The Santa Clara, Calif.-based chipmaker will come out with a 2.8GHz Pentium 4 for desktops later this quarter, and a 3GHz Pentium 4 in time for the holiday buying season, said sources close to the company. Earlier, the company said it would come out with a 3GHz Pentium 4 in the.
Intel will also accelerate price cuts on older chips to make way for the faster Pentium 4 lineup, analysts said.
According to Salomon Smith Barney analyst Jonathan Joseph, Intel will cut prices on its top-end 2.53GHz Pentium 4 chips by 63 percent when the faster chips launch. Cuts for the 1.8GHz Pentium 4 will be roughly 13 percent. Intel will also move up Pentium 4 price cuts to Sept. 1 from the previously planned Oct. 27, said Joseph.
Price cuts serve two main purposes. They can be used to move PC makers to faster chips or as a tool against rivals. Intel, in this case, is likely using the combination of the faster speeds and the price cuts to make its chips more attractive for the holiday selling season. By then, entry-level Pentium 4 desktops will likely come with 2GHz chips at a minimum.
Additionally, the company plans to release a 2.2GHz Pentium 4 for notebooks before the end of the year and unveil "Banias" a new, energy-efficient mobile chip designed specifically for notebooks. Banias will not be sold under the Pentium name, a source said, but will be given its own brand name similar to the budget Celeron line or the Xeon chips for servers.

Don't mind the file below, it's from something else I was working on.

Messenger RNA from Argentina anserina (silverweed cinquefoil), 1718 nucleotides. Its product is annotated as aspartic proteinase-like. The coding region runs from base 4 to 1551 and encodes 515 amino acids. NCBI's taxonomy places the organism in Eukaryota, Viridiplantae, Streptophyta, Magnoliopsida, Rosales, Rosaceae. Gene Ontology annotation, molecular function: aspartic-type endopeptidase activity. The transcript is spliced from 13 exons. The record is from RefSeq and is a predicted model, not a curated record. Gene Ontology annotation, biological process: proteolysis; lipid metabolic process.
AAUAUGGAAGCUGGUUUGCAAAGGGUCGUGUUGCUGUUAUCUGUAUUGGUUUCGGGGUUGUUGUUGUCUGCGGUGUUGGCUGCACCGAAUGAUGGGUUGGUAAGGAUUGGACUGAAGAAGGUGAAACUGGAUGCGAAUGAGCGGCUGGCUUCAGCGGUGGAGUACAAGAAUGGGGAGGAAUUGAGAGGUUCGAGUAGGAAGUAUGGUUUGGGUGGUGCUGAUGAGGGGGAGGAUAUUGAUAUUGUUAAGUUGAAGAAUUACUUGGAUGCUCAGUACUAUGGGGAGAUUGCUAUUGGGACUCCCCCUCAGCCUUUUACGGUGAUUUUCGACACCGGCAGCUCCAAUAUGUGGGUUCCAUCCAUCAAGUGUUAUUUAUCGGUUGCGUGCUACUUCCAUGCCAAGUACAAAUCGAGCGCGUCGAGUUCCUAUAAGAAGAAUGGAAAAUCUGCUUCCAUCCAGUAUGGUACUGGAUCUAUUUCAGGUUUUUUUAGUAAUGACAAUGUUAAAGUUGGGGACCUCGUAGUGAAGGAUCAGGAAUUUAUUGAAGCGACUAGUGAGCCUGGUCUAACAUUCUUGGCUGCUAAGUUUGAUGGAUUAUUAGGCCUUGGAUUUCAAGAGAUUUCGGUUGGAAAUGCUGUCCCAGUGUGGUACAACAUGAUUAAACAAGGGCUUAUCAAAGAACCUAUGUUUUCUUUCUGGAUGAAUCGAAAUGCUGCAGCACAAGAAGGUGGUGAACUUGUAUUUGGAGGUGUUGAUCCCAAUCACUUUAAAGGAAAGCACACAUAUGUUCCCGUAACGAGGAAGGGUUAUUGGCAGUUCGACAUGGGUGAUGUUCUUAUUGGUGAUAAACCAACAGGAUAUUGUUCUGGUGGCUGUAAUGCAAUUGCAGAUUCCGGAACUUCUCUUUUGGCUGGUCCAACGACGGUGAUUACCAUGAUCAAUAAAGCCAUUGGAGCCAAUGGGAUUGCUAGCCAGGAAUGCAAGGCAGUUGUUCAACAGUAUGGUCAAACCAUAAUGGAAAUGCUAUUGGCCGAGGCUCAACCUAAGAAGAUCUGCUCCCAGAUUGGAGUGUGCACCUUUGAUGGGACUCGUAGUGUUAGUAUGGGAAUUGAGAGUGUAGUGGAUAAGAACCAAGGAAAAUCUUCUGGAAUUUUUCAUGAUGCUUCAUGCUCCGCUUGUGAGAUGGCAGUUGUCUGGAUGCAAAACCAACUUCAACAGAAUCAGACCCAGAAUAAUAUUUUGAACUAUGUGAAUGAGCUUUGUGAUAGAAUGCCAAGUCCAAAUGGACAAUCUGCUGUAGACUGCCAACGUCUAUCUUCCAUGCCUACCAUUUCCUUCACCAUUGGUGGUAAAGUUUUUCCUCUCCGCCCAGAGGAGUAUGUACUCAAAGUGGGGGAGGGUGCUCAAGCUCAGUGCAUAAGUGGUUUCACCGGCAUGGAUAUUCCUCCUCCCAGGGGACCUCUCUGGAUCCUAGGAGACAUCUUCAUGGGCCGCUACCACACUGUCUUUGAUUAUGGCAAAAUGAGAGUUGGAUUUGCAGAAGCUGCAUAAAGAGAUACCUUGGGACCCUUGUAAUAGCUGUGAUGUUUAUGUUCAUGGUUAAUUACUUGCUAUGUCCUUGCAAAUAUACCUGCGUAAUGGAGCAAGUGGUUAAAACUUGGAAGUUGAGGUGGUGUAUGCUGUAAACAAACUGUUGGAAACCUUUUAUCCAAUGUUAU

Intel will also upgrade its budget Celeron line. Currently, top-end Celerons are based on the "Willamette" core, the basic chip core behind the first version of the higher-performing "Northwood" core currently used in the top Pentium 4 processors.
Although the two chips will share the same core, the Celeron version of the Northwood design will come with only 128KB of secondary cache, a reservoir of memory located on the chip for rapid data access. Northwood Pentium 4 processors come with 512KB of cache.
The new release schedule, despite a lull in computer sales, gives Intel a leg up over rival AMD in terms of chip performance. The Athlon line, AMD's flagship chip since 1999, has fallen behind Intel's Pentium 4 in terms of megahertz and overall performance. The fastest Athlon on the market today, the Athlon XP 2200 XP, tops out at 1.8GHz--that is, 700MHz slower than the 2.5GHz Pentium 4. By the holiday season, the gap will increase to 1GHz.
While megahertz is only one measure of performance, it remains an important factor in consumer purchasing and pricing. The Athlon XP 2000, which runs at 1.7GHz, sells for about the same in retail as the 1.7GHz Pentium 4, according to Converge, which tracks component pricing. However, the Athlon XP 2000 is comparable in performance to the 2GHz Pentium 4. In any event, most analysts agree that the top Pentium 4 processors, although more expensive, outperform the top Athlon chips.
Sunnyvale, Calif.-based AMD is working on a new generation of higher-performance desktop chips--code-named Hammer, but to be sold under the Athlon name--but they won't ship to PC makers until the fourth quarter. While analysts are optimistic about the performance of these chips, Hammer-based PCs won't appear on store shelves until the first quarter of 2003.